For those citizens long concerned about the precarious state of our security and the need to rearm, President Carter in recent years has made two policy statements of great importance; his mid-December speech to the Business Council and his State of the Union address to Congress.

The former, which attracted little attention, outlined a proposed military policy with its funding for the next five years; the latter, listened to by most of the nation, enunciated his intended courses of action in dealing with the situation in the Middle East. They should be considered together, since the one presumably provides the military support that may be needed to attain the political goals of the other.

Unfortunately, a scrutiny of the two statements, reveals no such close correlation of purpose. The State of the Union address gives a new and heavy responsibility to the armed forces -- the defense of the Persian Gulf region, barren of base facilities and some 10,000 miles from home, against numerically superior Soviet forces, many already on the Iranian border or in Afghanistan a few hundred miles from the Persian Gulf.

The December statement takes no notice of this formidable new task and provides n o additional resources in compensation for it. Furthermore, its provisions contain fundamental defects that make it unlikely to generate the forces needed in the future at the right time and of the right kind.

To begin with, it conveys no sense of urgency. The principal measures it proposes to improve forces and weaponry -- the MX missle to compensate for the exposure of our land-based ICBMs specialized aircraft and ships to give strategic mobility to the newborn Rapid Deployment Force, and a 550-ship Navy needed for adequate sea control -- will take from one to two decades for realization. Furthermore, there is no synchronization of readiness of mutually dependent elements of the program, such as the combat elements of the Rapid Deployment Force and its air-sea transport.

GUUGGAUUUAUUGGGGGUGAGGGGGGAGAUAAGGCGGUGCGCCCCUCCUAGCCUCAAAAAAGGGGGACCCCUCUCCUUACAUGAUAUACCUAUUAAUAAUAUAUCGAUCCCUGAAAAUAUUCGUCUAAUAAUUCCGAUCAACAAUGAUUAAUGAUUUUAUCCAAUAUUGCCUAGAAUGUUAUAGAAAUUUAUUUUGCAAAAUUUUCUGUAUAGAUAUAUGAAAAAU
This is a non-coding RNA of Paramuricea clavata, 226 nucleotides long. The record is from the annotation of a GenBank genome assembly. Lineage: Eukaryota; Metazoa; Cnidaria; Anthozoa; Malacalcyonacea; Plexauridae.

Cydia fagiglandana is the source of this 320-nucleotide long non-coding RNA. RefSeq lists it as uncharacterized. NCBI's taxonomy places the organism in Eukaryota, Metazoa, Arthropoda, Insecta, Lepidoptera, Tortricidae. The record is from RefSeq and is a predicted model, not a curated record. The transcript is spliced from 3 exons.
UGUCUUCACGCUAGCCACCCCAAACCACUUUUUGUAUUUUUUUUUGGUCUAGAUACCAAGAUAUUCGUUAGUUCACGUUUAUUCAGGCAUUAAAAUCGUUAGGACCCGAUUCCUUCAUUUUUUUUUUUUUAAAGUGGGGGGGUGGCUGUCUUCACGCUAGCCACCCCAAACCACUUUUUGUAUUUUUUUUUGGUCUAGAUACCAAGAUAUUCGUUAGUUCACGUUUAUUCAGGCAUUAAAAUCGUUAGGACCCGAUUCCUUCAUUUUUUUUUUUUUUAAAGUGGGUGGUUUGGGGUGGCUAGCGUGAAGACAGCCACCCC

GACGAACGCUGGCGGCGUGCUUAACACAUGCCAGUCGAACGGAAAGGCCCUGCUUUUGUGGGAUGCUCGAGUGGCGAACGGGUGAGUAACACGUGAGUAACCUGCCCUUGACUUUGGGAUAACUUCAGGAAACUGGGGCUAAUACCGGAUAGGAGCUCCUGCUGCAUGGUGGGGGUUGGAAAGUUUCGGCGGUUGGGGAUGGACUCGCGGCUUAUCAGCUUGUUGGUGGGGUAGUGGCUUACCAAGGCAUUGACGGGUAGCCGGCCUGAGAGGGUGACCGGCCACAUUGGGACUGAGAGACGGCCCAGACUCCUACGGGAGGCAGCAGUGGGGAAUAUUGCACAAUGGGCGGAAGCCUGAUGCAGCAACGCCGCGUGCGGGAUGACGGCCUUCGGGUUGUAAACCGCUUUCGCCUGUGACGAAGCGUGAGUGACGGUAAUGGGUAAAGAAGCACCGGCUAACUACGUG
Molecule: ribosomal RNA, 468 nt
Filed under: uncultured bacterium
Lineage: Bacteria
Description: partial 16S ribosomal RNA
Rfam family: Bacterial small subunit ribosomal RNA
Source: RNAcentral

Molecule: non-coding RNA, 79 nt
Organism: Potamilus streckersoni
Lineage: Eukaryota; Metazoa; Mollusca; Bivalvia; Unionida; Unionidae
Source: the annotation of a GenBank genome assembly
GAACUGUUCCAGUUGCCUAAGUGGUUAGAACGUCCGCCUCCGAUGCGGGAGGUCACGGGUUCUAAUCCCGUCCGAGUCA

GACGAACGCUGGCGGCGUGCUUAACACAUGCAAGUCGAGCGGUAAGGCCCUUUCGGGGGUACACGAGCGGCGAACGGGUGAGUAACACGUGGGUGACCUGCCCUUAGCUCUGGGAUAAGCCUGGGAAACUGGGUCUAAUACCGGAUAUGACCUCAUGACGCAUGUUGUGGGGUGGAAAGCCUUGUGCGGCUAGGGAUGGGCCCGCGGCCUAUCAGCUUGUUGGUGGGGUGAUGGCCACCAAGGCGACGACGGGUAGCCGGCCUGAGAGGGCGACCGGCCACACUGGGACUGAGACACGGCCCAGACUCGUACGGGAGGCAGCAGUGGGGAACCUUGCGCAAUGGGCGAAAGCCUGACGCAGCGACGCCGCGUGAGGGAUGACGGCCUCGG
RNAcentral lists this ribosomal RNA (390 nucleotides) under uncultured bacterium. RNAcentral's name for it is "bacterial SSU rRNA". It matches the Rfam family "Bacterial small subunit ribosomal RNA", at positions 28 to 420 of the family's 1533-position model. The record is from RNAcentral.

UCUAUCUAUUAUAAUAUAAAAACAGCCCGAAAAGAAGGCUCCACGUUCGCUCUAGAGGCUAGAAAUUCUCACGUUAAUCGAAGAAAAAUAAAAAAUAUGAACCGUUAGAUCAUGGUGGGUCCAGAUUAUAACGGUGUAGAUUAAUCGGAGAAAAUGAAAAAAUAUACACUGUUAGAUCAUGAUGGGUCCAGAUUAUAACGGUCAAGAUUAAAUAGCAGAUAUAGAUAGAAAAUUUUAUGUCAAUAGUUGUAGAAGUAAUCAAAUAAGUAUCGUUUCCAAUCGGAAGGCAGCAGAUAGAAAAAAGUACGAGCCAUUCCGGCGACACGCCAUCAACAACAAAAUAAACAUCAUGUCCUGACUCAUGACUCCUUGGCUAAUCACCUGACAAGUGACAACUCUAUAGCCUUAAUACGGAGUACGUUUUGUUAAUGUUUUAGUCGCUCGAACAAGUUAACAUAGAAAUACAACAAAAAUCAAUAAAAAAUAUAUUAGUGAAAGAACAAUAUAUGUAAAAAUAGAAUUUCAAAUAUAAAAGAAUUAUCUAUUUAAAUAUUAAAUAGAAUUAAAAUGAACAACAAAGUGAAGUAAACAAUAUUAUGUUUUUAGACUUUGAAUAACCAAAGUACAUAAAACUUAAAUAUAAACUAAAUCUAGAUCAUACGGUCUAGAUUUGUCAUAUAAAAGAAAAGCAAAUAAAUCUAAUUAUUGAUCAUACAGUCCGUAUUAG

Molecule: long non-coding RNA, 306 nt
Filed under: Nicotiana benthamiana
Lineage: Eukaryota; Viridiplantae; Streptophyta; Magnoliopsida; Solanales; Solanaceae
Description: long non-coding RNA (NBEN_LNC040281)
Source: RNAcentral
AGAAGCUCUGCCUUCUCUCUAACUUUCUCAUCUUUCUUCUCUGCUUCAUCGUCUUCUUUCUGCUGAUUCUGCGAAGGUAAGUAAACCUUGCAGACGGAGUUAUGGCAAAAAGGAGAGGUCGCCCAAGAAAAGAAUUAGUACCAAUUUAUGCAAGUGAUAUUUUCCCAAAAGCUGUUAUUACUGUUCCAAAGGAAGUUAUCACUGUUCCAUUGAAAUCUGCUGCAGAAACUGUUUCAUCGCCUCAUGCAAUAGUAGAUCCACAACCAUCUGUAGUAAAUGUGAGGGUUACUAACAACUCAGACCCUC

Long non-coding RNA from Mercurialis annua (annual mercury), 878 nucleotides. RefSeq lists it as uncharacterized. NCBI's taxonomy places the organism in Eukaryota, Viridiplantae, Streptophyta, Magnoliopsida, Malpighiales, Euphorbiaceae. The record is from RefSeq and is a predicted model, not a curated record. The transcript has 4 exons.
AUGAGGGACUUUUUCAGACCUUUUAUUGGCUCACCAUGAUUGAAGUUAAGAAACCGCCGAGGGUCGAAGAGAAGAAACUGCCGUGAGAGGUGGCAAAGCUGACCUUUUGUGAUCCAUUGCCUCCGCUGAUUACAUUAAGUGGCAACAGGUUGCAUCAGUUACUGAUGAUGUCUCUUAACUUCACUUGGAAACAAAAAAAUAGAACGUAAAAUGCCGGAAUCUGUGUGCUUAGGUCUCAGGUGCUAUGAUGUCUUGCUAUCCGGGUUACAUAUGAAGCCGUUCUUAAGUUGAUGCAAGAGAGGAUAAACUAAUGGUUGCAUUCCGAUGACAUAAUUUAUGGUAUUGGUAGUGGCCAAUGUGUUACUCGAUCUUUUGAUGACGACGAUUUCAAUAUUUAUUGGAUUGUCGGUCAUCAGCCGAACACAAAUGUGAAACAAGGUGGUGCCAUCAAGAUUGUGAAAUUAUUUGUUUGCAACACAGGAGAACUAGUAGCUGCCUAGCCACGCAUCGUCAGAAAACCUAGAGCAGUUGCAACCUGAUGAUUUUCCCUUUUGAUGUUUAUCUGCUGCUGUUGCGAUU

Another defect is the failure to ensure sufficient trained manpower to man and sustain our forces in combat. It is true that, in the State of the Union address, the president modified his expression of unqualified confidence in the all-volunteer system contained in his December statement; he now promises to introduce legislation permitting a renewal of draft registration "to meet future mobilization needs rapidly as they arise." But he retains his belief in the adequacy of the volunteer army to meet current needs desspite voluminous evidence that the volunteer system is barely adequate to sustain the active forces in peace and will surely fail in time of combat when casualty lists will provide a powerful disincentive to enlistments, particularly in the combat arms.

A final criticism is that the adopted priorities of effort in rearming are inconsistent with the urgency of the present threats in the Middle East, eloquently set forth in the State of the Union address, and those forecast for the turbulent future -- indeed, they are quite similar to the military priorities of the Eisenhower administration in the heyday of the strategy of massive retaliation.

Primacy is to be given to the forces designed to cope with the least likely threats to our security -- a surprise strategic attack on the United States or a massive aggression by the Warsaw Pact against NATO. This preferential treatment accorded our strategic and NATO forces implies the funding of such costly projects as the MX missle, the new Nimitz-class aircraft carrier disapproved by Carter but imposed by Congress, more giant Trident submarines, probably a new penetration bomber and an expansion of the air and civil defenses of the United States.